The thing I like about Jason Fried and 37 Signals is their tight focus on what they do. They are at once their own clients, customers and dev team. This gives them a great deal of freedom when it comes to features, functionality and process. However companies like 37 Signals are definitely in the minority, and most of us have to deal with much wider range of issues and stakeholders.
The problem I have with 37 Signals is their style of writing. If you've read their book or any of their posts, the stuff they talk about is rarely presented in the context of their specific working environment. More often it's presented in terms of absolutes. I'm never sure whether this is merely stylistic, a desire to create link bait, or the result of a lack of empathy. In truth it's probably a mix of all three.
Quite often I find that they misappropriate cause and affect. For instance, they had a developer in Europe and their first project was a success, therefore the geographic location of their developer was partly responsible for that success. In reality the guys at 37 Signals are really smart, and would have been a success whatever process, language or geographic set-up they had. However there is a tendency with genius design not to realise that's actually what you're doing, and attribute success to other factors. Sort of like the Olympic medalist who attributes her success to a lucky charm rather than raw talent and years of experience.
A good example of this didactic style can be witnessed in Jason's recent post about Personas. As the article explains, 37 Signals don't need to use personas because they are essentially building products for themselves. However because personas present no value to 37 Signals, they suddenly seem to present no value at all.
Jason argues that personas aren't real people. You can't ask them questions and they can't tell you when they get frustrated or when something is wrong. This is all true, but its also misdirection because this doesn't actually have anything to do with the value of personas.
For a start, personas don't substitute the need to do your homework, talk to real people and test your assumptions on a live audience. In fact, the best personas are created out of exactly this type of research. As Jared Spool rightly points out, you shouldn't mistake crappy personas for personas being crap.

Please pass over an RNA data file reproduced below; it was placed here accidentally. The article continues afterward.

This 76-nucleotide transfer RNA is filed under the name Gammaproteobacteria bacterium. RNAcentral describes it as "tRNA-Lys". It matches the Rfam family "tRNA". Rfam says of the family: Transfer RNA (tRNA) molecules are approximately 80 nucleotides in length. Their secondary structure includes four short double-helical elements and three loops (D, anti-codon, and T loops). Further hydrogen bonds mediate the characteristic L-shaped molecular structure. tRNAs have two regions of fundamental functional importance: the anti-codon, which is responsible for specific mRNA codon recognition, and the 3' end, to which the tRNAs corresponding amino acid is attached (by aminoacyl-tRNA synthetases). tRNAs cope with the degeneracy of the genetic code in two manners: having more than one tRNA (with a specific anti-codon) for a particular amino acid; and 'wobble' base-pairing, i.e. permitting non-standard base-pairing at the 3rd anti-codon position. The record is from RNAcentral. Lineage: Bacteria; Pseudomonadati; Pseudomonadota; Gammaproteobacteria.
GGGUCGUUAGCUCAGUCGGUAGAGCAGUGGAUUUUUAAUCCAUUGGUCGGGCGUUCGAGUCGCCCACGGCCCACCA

I totally agree that you don't need personas if you're building something for people like yourself. However in an agency environment you don't usually end up building sites for other web designer. In the past year we've build sites for everybody from scientists and teachers to environmental activists and mobile game buffs.
The problem many companies face is that they **think** they are building the site for people like themselves, when in fact they aren't. A 40 year old technical director will have a very different outlook on life than a 16 year old girl. In fact, time and again our field research has shown that client assumptions about their market can differ substantially from the market itself.
So research is definitely important, but how does this feed back into the persona argument? Well, if you're a small company and all your team have immediate access to your user base, maybe it's easy to ring a few people up and ask their opinions at every step of the way. However for larger companies, personas are a really useful tool for summarising and circulating the results of your user research. They are also a great way for framing internal discussions about user requirements. So rather than talking about a homogenous "user", you can talk about "Bob" or "Mary". Personally, I find personas are most helpful during the discovery phase, when you're building up domain experience and empathy with the users.
That being said, personas are just one of a number of tools at our disposal. I don't think any user experience person worth their salt would say that persoans are required on every project. Furthermore, it's very easy to overstate the importance of personas. In fact, this is something we've been guilty of in a few recent projects. The biggest problem with personas is the fact that they often become just another deliverable and end up sitting in a draw unused.
I think the argument about personas is ultimately one of context. It's ludicrous to argue the merits of a screwdriver without knowing the situation. A screwdriver is great if you're extracting screws, but useless if you're trying to undo a bolt! Similarly, if you're building a site for a group of web designers, you probably don't need personas, whereas if you're building a site for a group of doctors, they could come in handy.
But I guess being logical and rational doesn't create the same stir as being sensational, hence the title of this post.